Obstructive Lung Diseases: Airways 5 |

Profile of Frequent ED Users Among Patients Diagnosed With Chronic Obstructive Lung Disease FREE TO VIEW

Penny Wagner, FNP-BC; Mohammed Zaidan, MD; Shawn Nishi, MD; Alexander Duarte, MD
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University of Texas Medical Branch, Galveston, TX

Copyright 2016, American College of Chest Physicians. All Rights Reserved.

Chest. 2016;150(4_S):874A. doi:10.1016/j.chest.2016.08.974
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SESSION TYPE: Original Investigation Poster

PRESENTED ON: Wednesday, October 26, 2016 at 01:30 PM - 02:30 PM

PURPOSE: In patients with chronic obstructive pulmonary disease (COPD), frequent utilization of emergency department (ED) services may allow identification of factors associated with suboptimal care. Furthermore, patients with COPD treated in the ED may be more likely to be hospitalized and thereby increase their cost of care. Identification of the characteristics of patients that utilize the ED frequently may lead to improved care strategy. Our goal was to identify patients with COPD treated in an ambulatory setting who utilize the ED more than two times in a 12 month period and determine the patient factors that lead to frequent ED visits.

METHODS: We identified patients seen in an outpatient pulmonary clinic with COPD who had two or more ED visits in the prior 12 month period. Patient electronic medical records were reviewed and the following data collected: demographics, insurance status, tobacco use, medications, comorbidities and ED visits. Results are presented as proportions and percentages.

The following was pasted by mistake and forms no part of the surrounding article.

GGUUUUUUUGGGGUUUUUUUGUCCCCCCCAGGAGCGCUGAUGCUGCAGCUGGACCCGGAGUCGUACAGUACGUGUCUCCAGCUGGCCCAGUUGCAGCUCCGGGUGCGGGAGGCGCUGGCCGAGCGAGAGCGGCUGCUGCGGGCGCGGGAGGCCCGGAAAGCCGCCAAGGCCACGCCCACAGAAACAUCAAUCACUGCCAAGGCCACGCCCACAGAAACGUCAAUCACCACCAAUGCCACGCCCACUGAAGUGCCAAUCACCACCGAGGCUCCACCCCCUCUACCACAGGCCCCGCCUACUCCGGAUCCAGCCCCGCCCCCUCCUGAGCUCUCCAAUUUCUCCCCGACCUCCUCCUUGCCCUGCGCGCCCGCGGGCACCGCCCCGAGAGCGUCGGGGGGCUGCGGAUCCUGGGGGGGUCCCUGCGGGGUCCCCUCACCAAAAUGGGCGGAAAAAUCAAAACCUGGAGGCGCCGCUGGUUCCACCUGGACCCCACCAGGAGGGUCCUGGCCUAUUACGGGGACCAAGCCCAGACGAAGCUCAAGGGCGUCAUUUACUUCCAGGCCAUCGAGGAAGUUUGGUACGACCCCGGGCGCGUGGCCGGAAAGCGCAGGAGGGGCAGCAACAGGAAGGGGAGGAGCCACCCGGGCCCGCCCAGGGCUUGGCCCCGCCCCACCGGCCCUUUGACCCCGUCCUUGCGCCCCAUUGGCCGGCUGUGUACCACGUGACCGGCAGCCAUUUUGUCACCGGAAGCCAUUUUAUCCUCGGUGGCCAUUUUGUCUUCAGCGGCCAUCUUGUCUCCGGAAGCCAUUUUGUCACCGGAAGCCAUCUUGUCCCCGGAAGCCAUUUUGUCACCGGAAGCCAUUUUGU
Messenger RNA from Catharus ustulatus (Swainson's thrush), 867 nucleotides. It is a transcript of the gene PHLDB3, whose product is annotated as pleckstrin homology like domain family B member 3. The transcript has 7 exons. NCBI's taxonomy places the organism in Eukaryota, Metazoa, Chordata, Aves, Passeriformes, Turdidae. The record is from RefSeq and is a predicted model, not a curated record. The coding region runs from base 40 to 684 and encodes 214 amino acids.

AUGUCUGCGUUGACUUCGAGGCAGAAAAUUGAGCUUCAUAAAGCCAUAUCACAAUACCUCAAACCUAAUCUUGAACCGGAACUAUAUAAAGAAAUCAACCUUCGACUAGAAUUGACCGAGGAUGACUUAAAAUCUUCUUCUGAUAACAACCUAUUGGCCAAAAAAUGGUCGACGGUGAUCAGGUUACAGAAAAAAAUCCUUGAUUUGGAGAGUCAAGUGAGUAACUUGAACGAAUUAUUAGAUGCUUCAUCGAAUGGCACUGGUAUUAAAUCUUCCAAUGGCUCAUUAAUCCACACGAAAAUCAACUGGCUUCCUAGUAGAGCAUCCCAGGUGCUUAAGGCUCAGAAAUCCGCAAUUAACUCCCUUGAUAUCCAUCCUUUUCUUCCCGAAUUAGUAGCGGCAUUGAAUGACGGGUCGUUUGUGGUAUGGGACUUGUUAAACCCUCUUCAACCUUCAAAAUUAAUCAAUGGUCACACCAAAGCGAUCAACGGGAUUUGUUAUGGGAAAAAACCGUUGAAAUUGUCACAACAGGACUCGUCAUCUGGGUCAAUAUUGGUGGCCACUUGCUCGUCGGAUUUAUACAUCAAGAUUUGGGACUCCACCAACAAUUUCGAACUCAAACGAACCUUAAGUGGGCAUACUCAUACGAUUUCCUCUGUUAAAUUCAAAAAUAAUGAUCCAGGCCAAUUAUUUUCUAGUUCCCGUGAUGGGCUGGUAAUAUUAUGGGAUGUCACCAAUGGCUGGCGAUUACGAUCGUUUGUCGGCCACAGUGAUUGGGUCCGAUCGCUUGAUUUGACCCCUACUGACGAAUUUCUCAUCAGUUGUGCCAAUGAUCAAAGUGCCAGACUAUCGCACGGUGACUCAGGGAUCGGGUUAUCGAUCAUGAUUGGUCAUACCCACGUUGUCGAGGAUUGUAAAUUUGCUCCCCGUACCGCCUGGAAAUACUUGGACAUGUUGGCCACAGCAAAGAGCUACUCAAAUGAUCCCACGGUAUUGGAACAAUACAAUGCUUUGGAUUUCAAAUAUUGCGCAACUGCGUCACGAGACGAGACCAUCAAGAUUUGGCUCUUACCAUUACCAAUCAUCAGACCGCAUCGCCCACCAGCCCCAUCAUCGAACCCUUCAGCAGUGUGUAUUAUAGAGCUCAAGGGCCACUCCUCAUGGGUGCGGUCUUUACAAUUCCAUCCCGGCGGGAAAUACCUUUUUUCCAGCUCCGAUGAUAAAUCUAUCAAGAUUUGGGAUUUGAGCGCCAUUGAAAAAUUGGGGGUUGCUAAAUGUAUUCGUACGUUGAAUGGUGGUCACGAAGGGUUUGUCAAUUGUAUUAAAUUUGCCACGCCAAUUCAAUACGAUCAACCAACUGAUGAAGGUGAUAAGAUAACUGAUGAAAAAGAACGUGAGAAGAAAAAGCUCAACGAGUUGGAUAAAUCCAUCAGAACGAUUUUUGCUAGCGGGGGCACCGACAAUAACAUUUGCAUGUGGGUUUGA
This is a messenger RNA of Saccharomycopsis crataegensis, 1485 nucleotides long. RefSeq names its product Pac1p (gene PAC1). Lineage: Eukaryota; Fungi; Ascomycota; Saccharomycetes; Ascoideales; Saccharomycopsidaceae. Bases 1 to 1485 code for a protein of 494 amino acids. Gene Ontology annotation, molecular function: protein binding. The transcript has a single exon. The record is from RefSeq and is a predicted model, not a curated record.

RESULTS: From 8/2014 to 7/2015, 388 patients were cared for in the pulmonary clinic and 38/388 (9.8 %) utilized the ED two or more times. The characteristics of the frequent utilizers revealed a mean age of 68.3 ± 14.4 with a female predominance (58 %) and majority were Caucasian (68 %). Mean FEV1 was 1.40 ± 0.63 L. Twenty nine patients (76 %) were noted to be living with a spouse or family. Insurance status included Medicare (53%), Medicaid (18 %) and dual eligible (11 %). Former smokers were noted in 74 % of the group. Cardiovascular conditions included heart failure with preserved ejection fraction (76 %), heart failure with reduced ejection fraction (24 %) and hypertension (71 %). Sleep disordered breathing was recognized in 29%. Psychiatric disorders including bipolar disorder, schizophrenia and anxiety was noted in 40% of the cohort. Long term oxygen therapy was prescribed to 53 % of patients. The majority were prescribed a short and long acting beta agonist (Table 1). ED visits related to COPD were noted in 24 patients (63 %) with long term oxygen treatment prescribed to 16/24 (67 %). In patients with a COPD related ED visit, heart failure with preserved ejection fraction was observed in 92 % and sleep disordered breathing in 38 %.

CONCLUSIONS: Patients with COPD that utilize the ED two or more times in a 12 month period were noted to have moderate airflow limitation and frequent comorbidities included cardiovascular and psychiatric disorders. In patients with an ED visit related to COPD, heart failure with preserved ejection fraction was observed in the majority.

CLINICAL IMPLICATIONS: In patients diagnosed with COPD, cardiovascular and psychological disorders play a role in high utilization of emergency department.

DISCLOSURE: The following authors have nothing to disclose: Penny Wagner, Mohammed Zaidan, Shawn Nishi, Alexander Duarte

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